Writing Tips

All my blog posts on writing in one place :) - Creating Characters - Character Description - General Description - Narration - Action - Realistic Dialogue -Presenting Your Own World - A Motivational Push - Outlining - Approaching a New Genre - Word Count - Getting Stuck - Editing


2. Character Description

I know it’s always tempting to describe as many features of your characters as possible so your readers picture them exactly as you do, but it’s just not possible. I don’t like huge paragraphs of description when reading because I get bored, especially if it’s only the one thing that’s getting described. But then this flags up the problem of when to include information such as height, hair colour and style, and many other traits of your characters that are very important to you. You don’t want to bombard the reader with loads of information all at once but on the other hand you don’t want them to create an image in their head before you get round to describing them.


This is always a tricky area and I’ve read stories that have included the character description too early and too late.  What I like to do is make it as subtle as possible. I won’t do a big paragraph full of description, I’ll filter information here and there when it’s appropriate. Maybe the first time you meet the best friend character there’s something about their appearance that your protagonist really envies. For example, if your protagonist is shorter than average and their friend is tall. Here there’s an opportunity to describe the best friend and the protagonist’s height without it being too obvious. For example: “If I had even half her height I wouldn’t complain so much”. Or even better for the height example, you could use dialogue. Perhaps the friend greets your protagonist as “shorty”. This is a great example of how to show the reader rather than tell them. There are so many other ways to go about saying: “I’m short and my friend is tall”.  These methods can work for anything, hair, smile, whatever you want your readers to know.  Just don’t give them everything all at once.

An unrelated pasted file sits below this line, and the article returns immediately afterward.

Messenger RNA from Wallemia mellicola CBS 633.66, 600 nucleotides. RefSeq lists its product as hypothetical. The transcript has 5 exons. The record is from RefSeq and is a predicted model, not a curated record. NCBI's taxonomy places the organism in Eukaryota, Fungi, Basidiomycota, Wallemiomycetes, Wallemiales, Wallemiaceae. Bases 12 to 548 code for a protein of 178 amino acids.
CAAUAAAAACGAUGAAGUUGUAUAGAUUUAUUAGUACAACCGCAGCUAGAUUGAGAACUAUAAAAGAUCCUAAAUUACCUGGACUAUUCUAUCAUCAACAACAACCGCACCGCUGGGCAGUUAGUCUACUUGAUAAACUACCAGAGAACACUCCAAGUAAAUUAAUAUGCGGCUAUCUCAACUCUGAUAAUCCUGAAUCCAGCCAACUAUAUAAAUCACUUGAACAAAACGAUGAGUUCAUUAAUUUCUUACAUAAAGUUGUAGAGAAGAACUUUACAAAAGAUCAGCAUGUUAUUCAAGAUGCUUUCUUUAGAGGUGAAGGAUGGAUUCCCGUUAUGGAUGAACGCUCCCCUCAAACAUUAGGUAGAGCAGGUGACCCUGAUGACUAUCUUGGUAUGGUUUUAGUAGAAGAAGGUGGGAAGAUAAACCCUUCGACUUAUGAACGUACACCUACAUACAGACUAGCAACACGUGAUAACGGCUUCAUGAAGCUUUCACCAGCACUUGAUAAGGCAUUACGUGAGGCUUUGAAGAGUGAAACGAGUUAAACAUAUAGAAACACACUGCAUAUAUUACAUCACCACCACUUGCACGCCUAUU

Also, the way a character acts can sometimes tell you more than a description ever could. After all, what they do in the story is more important than what clothes they wear. A great way for your reader to get to know a character is in the way they walk, talk or stand. Do they exude confidence? If so they could stand up straight, walk with their head held high, take big strides. If shy they could look at the ground when they walk, look away as soon as you look at them, only speak if directed.


In my opinion, the most effective way the readers get to know a character is through dialogue. Do they talk a lot or a little? Do they get excited when they speak? Do they pause a lot? Do they ask a lot of questions? Are they sarcastic? All of these things give you an insight into what a character is like without having to make it too obvious to the reader. I love it when I care about a character without realising the point in which I began caring.


In short: filter the description, don’t write a huge block of description and use dialogue to help you.


How about writing a short paragraph of description in the comments below, trying to make it as subtle as possible?  Try and do it in under a hundred words, or if you're feeling confident fifty.

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